Heidi Holman, who previously worked on Karner blue butterfly habitat restoration in Minnesota, joined New Hampshire’s recovery team as a biological aide in 2005. Two years later, Heidi became a full-time biologist and has since focused on habitat restoration and management on the project. One of her successes has been planning and conducting controlled burns on 113 acres of pine barrens, with partners from the City of Concord to the New Hampshire Division of Fire Standards and Training. Heidi, a New Hampshire native, received her master’s degree in conservation biology from the University of Minnesota.
Lindsay Webb also began working in 2005 as a biological aide on the Karner project, assisting with the surveys and habitat management, as well as taking on duties in the captive rearing lab. Lindsay began full-time biological work in 2007, when she took the lead on the translocation and propagation of the butterflies. Most recently, she led the effort to compile and publish a propagation handbook for the Karner blue butterfly, which is now in use at sites across the species’ range. Lindsay has recruited numerous volunteers to help with captive rearing, habitat plantings, and surveys. Lindsay received her master’s degree in science and environmental studies from Antioch University, New England.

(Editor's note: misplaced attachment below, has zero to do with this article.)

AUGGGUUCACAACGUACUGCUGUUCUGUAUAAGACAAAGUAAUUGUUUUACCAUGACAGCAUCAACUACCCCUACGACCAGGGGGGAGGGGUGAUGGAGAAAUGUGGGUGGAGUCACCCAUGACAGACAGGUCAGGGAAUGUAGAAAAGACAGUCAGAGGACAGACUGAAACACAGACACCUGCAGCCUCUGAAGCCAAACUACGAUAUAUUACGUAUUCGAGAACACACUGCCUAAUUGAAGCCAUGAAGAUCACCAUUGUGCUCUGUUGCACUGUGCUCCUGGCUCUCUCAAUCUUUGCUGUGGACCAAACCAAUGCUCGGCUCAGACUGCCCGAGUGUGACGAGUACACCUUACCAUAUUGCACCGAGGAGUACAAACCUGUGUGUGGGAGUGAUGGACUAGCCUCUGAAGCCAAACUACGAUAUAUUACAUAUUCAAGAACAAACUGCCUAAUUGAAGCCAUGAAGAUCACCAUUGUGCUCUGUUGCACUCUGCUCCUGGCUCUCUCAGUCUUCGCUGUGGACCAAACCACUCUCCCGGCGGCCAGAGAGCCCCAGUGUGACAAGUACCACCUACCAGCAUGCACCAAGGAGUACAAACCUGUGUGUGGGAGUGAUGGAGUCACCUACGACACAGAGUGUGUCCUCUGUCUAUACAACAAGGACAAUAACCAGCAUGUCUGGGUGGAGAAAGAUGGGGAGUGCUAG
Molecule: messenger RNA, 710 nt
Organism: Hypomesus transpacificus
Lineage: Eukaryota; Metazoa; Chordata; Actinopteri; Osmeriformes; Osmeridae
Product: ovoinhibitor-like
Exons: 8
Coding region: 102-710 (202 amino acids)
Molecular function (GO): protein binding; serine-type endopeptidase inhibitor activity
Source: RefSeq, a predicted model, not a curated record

Heidi, Lindsay and Steve have all been leaders in New Hampshire’s small but critical Nongame and Endangered Wildlife Program, working in communities to implement parts of the N.H. Wildlife Action Plan while bringing Karner blue butterflies back from the brink. The efforts of these three led to the success of a program where Karner blue butterflies were brought to the state from New York, successive generations were raised in captivity and groups were released into restored pine barrens habitat. In ten years, the team, with help from many partners, restored more than 314 acres of historic pine barrens; raised and released some 13,000 adult butterflies; and planted more than 50,000 nectar seedlings and 2 million seeds on 26 restoration plots.
The overall Karner blue population trend has been increasing, with a peak estimate of 2,500 butterflies for the summer brood in 2010.These biologists dedicated themselves to leading conservation partnerships with key agencies, including the New Hampshire Army Reserve National Guard, which provides the building for the breeding program; the Roger Williams Park Zoo, which assists in the captive rearing; the City of Concord, which owns the Concord Municipal Airport and the habitat where the program is focused; and the U.S. Fish & Wildlife Service, which manages a conservation easement property with habitat and butterflies. Learn more about Karner blue butterflies at www.wildnh.com/Wildlife/Nongame/projects/karner_project.html and www.fws.gov/northeast/factshee.html.###